We are an international team with expertise in research, design, software development, and product management, supported by a diverse set of advisors and partners.
Senior Product Manager and Designer
Senior Researcher & Designer
Founder, New Design Congress
Tech Design Researcher
Senior Programs Operations Manager
Client Operations Manager
UX Designer & Innovation Consultant
Founder, New Design Congress
User Researcher & Interaction Designer, Sane UX Design
Senior Product Manager and Designer
Principal Researcher and Founder, Convocation Research & Design
Project: Care & IoT
Sarah extended her research program on infrastructures of care by examining how Internet of Things (IoT) technologies — or, ubiquitous networked objects imbued with computational capacity — are newly shaping intimate bodily experiences. Computing technologies for tracking the body are on the verge of being introduced broadly across public and private spheres and are poised to have unique and lasting effects on the privacy and autonomy of those being sensed, as well as the responsibility of workers entrusted with handling such data. For example, hygiene product manufacturers boast the ability for new models of soap dispensers to track the number of times one washes one’s hands during the day, correlating this information with employee break records. By investigating such technologies as they are being newly deployed, Sarah seeks to engage what computing researchers Paul Dourish and Genevieve Bell (2011) call the “mess” of ubiquitous computing as it unfolds — focusing on how these systems shape experiences on the ground.
Sarah Fox is a Postdoctoral Scholar at the University of California, San Diego in the Department of Communication and The Design Lab. Her research focuses on how technological artifacts challenge or propagate social exclusions, by examining existing systems and building alternatives.
Project: Dark Crystal
Dark Crystal is a secret sharing protocol and prototype application. Dark Crystal takes a novel approach to using Shamir’s Secret Sharing algorithm, combining narrative, human relationships and ritual with new peer-to-peer technologies to achieve distributed secret persistence. A living prototype has been built on top of the Secure Scuttlebutt stack, a peer-to-peer offline-first gossip protocol, database and mesh network. Dark Crystal posit that this persistence model is transformative when applied to the wicked problem of effective and secure key management. In its prototype form, Dark Crystal extends the Scuttlebutt ecosystem, enabling peers to securely back up secrets (private keys, seeds, passwords and other sensitive information) using the trust in their social network. It is a resilient system of collective data ownership. Through the residency, Dan and Mu focused on the usability of Dark Crystal and how to regularly build human-centered design into their teams’ development practice.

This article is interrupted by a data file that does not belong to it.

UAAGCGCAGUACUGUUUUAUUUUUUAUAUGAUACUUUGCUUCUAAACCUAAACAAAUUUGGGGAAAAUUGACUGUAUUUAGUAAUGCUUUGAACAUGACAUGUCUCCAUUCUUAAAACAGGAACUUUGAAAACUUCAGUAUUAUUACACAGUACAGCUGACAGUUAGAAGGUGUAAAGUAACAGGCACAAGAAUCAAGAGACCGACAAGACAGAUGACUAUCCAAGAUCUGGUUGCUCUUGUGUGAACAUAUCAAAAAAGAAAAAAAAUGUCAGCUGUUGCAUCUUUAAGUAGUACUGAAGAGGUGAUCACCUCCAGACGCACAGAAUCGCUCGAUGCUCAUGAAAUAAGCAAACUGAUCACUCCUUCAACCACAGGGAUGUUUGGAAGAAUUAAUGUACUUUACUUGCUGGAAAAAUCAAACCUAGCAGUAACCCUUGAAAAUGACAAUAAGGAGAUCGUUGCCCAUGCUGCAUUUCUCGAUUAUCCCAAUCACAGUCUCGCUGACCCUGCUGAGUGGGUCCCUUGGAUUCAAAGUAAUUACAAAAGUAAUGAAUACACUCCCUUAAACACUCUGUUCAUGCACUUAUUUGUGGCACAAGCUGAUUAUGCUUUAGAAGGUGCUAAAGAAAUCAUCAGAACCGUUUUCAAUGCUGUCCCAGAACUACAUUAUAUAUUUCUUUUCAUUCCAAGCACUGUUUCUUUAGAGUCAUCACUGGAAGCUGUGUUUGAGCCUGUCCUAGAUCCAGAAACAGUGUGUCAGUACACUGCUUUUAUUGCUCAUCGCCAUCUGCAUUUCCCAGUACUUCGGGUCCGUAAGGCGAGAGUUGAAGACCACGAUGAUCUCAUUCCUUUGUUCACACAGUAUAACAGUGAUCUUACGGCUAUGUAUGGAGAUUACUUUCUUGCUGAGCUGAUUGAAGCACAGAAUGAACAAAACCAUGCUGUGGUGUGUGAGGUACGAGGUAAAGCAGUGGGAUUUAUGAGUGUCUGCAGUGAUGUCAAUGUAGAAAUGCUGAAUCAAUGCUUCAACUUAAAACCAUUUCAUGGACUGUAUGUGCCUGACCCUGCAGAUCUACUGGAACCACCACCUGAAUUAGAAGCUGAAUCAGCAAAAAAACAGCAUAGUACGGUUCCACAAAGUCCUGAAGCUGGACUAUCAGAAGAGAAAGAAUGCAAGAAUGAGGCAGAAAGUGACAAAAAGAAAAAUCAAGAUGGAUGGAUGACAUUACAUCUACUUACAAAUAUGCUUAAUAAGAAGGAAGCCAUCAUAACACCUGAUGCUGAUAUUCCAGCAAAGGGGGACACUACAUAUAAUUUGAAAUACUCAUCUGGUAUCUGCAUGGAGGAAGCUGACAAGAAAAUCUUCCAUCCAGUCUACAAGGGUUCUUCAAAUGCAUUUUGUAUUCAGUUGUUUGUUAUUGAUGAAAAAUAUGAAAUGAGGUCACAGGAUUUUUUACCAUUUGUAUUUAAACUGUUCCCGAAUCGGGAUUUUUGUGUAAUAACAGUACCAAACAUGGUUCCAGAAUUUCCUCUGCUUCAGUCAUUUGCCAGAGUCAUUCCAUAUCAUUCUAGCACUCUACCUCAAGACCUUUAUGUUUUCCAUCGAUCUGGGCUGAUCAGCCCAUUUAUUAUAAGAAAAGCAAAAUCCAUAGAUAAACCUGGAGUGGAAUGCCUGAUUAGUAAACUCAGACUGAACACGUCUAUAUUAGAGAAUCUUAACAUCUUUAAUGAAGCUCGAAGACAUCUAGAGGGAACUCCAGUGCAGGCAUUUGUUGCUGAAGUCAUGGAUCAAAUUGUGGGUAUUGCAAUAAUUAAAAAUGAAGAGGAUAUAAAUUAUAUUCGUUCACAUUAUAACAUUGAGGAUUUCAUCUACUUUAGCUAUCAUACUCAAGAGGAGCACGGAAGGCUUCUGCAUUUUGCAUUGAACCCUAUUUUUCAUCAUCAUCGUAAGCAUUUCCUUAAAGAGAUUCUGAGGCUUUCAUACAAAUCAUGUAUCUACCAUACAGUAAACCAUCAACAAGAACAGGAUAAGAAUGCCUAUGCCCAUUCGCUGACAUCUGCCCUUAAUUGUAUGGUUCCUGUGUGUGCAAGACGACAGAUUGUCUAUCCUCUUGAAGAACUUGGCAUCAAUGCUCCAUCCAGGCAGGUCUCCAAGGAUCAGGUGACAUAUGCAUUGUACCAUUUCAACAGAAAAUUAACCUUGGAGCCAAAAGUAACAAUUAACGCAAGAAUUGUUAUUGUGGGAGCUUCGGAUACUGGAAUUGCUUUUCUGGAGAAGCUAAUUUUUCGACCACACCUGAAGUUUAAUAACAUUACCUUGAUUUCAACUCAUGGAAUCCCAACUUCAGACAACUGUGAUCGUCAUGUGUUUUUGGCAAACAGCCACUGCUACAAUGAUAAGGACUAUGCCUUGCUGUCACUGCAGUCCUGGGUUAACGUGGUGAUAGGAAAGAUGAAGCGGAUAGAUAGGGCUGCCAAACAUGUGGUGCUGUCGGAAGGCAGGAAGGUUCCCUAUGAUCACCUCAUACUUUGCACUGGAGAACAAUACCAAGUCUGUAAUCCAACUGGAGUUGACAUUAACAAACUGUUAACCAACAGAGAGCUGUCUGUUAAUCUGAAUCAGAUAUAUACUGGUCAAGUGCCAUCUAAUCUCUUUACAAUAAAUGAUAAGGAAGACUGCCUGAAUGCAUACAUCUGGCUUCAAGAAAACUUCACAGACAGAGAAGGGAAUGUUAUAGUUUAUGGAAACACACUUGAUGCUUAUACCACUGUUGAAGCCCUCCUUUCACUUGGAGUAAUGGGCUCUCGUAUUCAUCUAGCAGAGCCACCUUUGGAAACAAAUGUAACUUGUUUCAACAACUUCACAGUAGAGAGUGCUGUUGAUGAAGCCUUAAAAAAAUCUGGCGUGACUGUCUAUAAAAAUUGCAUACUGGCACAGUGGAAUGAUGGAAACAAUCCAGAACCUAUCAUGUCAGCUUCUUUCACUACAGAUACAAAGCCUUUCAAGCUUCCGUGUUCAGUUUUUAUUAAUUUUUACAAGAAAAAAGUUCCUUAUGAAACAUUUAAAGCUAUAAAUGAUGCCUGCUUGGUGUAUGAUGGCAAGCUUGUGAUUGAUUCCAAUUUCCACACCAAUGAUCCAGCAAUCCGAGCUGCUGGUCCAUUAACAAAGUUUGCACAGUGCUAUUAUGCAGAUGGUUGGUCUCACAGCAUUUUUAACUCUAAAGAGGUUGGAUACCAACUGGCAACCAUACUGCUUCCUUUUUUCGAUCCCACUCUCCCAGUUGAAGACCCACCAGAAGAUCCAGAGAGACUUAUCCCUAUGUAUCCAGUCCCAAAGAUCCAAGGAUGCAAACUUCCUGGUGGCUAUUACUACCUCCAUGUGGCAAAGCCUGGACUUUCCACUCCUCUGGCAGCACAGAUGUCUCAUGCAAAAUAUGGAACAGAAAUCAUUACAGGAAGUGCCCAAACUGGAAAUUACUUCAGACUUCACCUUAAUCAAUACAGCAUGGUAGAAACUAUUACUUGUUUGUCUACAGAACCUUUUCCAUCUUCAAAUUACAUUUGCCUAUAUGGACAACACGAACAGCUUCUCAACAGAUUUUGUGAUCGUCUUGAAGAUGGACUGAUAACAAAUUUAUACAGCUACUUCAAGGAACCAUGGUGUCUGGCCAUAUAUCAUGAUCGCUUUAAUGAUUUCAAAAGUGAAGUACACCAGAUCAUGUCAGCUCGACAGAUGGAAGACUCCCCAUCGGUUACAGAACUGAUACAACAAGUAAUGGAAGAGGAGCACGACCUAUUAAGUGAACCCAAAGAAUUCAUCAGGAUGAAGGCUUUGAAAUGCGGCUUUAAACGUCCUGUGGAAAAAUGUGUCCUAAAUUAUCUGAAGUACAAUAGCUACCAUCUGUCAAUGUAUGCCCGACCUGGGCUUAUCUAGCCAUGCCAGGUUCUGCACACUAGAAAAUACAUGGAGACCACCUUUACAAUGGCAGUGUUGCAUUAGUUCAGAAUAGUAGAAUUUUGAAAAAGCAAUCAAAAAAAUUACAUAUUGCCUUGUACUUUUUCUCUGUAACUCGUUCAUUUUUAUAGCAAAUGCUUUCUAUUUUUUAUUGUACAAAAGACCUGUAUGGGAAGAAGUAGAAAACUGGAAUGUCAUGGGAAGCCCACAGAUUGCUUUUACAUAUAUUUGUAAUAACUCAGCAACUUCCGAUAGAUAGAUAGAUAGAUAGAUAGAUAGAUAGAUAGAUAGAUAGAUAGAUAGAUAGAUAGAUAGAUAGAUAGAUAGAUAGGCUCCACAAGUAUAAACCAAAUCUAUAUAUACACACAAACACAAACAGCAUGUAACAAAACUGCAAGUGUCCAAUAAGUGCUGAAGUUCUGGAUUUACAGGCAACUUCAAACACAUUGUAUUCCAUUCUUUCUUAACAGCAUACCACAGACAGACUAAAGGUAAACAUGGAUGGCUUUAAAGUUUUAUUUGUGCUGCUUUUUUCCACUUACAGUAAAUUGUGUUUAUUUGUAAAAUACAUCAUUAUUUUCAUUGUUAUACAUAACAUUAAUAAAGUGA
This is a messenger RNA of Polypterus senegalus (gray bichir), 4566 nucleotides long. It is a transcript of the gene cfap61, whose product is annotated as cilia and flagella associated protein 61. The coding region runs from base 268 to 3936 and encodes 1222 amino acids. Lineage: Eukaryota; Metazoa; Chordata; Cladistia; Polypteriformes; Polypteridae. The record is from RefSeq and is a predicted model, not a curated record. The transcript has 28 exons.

dan hassan (he/him) is a queer white-passing descendent of indo-caribbean indenture and founder of blockades.org [UK]. He’s an opensource hacker with solarpunk tendencies active in autonomous co-operatives, blockchain research/development & big (enough) data analytics. currently building dark crystal, a fun decent(ralised) peer-to-peer utility for securing secrets with friends in cypherspace and beyond. he is a member of dyne.org think &do tank [NL], a non-profit foundation with more than 15 years of expertise in social and technical innovation.
Increasingly, the applications we use in our day-to-day lives are driven by algorithms that are hard to understand and are optimised for the end-goals of the developers (e.g. advertising money, time-on-site) and not for the users (e.g. keeping in touch with family, finding a new job). Feed.me is an experiment to see what happens when we give users more control over the algorithms that control their feeds. Can we allow a grandparent to look at photos of their kids without being shown political news, or allow a trauma victim to filter for things that are specifically triggering for them, or allow an electrician who was recently made redundant to use their feed to find leads on new jobs rather than waste more time that they could be using to continue pursuing their online degree? Technically all these things are well within reach, but they don’t line up well with the goals of the organisations that provide our social media services. Feed.me hopes to leverage the power of the browser to put the user in control with easy to understand “plug and play” algorithms that will work on all their social media. Guided by some user-research completed during the residency the first concrete goal is to implement a browser-extension that will allow the re-ordering of posts viewed through the browser without directly interacting with the APIs of the social media services.